Devotees of the Leeds International Piano Competition may remember Katya Apekisheva in the final in 1996, playing Rachmaninov's second piano concerto. She was just 20 and her performance earned her a top prize, even if not the number one slot some thought she deserved.
Looking back at Leeds now, at the age of 34, Apekisheva admits that that concerto was "on the edge". "I didn't expect to reach the final," she recalls, "so I hadn't even taken along the music of the concerto. I had to track down a copy at a day's notice. It was a very high-pressure event, broadcast live on TV and radio, and Simon Rattle was conducting. My teacher nearly killed me!"
The incident has not hurt her in the long term, though. Apekisheva, who plays at the Wigmore Hall next week, has won plenty more prizes, the prestigious London Philharmonic Orchestra's Soloist of the Year among them. Her most recent CD, Brahms's complete violin sonatas with the violinist Jack Liebeck has brought the pair's well-established musical collaboration to prominence. Critics praised her as "outstanding".
Apekisheva's piano playing is grounded firmly in the Russian tradition that underpins her musical and family backgrounds. Her parents are both pianists, and as a child in Moscow she shared a teacher with fellow Jewish pianist Evgeny Kissin. Members of Apekisheva's family was allowed by the Soviet regime to be in the first wave of Russian Jews to move to Israel. She first visited the country when she was 14. "I'll never forget the scenes at the airport," she says. "So many families were being reunited - people were in tears everywhere."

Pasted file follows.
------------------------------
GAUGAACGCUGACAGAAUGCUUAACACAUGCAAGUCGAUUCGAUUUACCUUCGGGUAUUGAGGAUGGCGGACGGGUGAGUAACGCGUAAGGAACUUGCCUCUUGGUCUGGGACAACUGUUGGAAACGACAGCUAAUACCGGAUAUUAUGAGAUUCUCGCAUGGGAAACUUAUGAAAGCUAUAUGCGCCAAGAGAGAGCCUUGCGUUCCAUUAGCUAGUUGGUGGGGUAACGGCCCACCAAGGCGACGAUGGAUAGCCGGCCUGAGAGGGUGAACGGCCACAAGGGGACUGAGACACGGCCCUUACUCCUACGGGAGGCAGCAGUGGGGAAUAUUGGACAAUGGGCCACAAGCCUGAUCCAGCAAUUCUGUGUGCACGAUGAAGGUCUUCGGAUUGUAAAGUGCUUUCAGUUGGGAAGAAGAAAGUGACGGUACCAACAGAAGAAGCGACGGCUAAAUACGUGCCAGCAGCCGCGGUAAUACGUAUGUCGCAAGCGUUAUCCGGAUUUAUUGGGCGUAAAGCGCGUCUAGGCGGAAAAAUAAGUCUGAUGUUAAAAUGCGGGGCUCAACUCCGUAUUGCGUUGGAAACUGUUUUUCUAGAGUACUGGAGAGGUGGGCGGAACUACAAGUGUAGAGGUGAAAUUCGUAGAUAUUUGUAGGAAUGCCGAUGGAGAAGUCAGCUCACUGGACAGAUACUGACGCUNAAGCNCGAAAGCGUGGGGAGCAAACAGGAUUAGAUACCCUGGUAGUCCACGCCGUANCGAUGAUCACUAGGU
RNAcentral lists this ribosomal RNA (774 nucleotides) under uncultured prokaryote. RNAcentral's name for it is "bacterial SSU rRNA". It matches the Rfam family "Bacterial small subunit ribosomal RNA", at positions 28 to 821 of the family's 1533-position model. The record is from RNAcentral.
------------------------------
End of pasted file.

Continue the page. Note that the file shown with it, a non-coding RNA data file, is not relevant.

After two and a half years there, she won a scholarship to the Royal College of Music in London. A shock followed, though, when she finished college and began trying to earn a living as a professional musician. "It was incredibly tough," she says. "You can never feel truly secure. I do think music colleges should do more to prepare students for what life is like in the profession. I had no support from anyone. I did accompanying, teaching, any job people offered me."
Apekisheva has an extra advantage, though - she loves playing chamber music. "It's wonderful to be able to work with great musicians who are completely different from you. And socially it's so much fun - playing solo all the time can be extremely lonely," she says.
She and Liebeck have recently found a new way to sell CDs. "We did a guest spot on the TV shopping channel QVC, playing Brahms to promote our disc. It was strange - they were talking about Brahms one moment and shampoo the next - but they sold around 200 CDs in half an hour." So, is that the way forward for recordings of classical music? Apekisheva grins: "Whatever works!"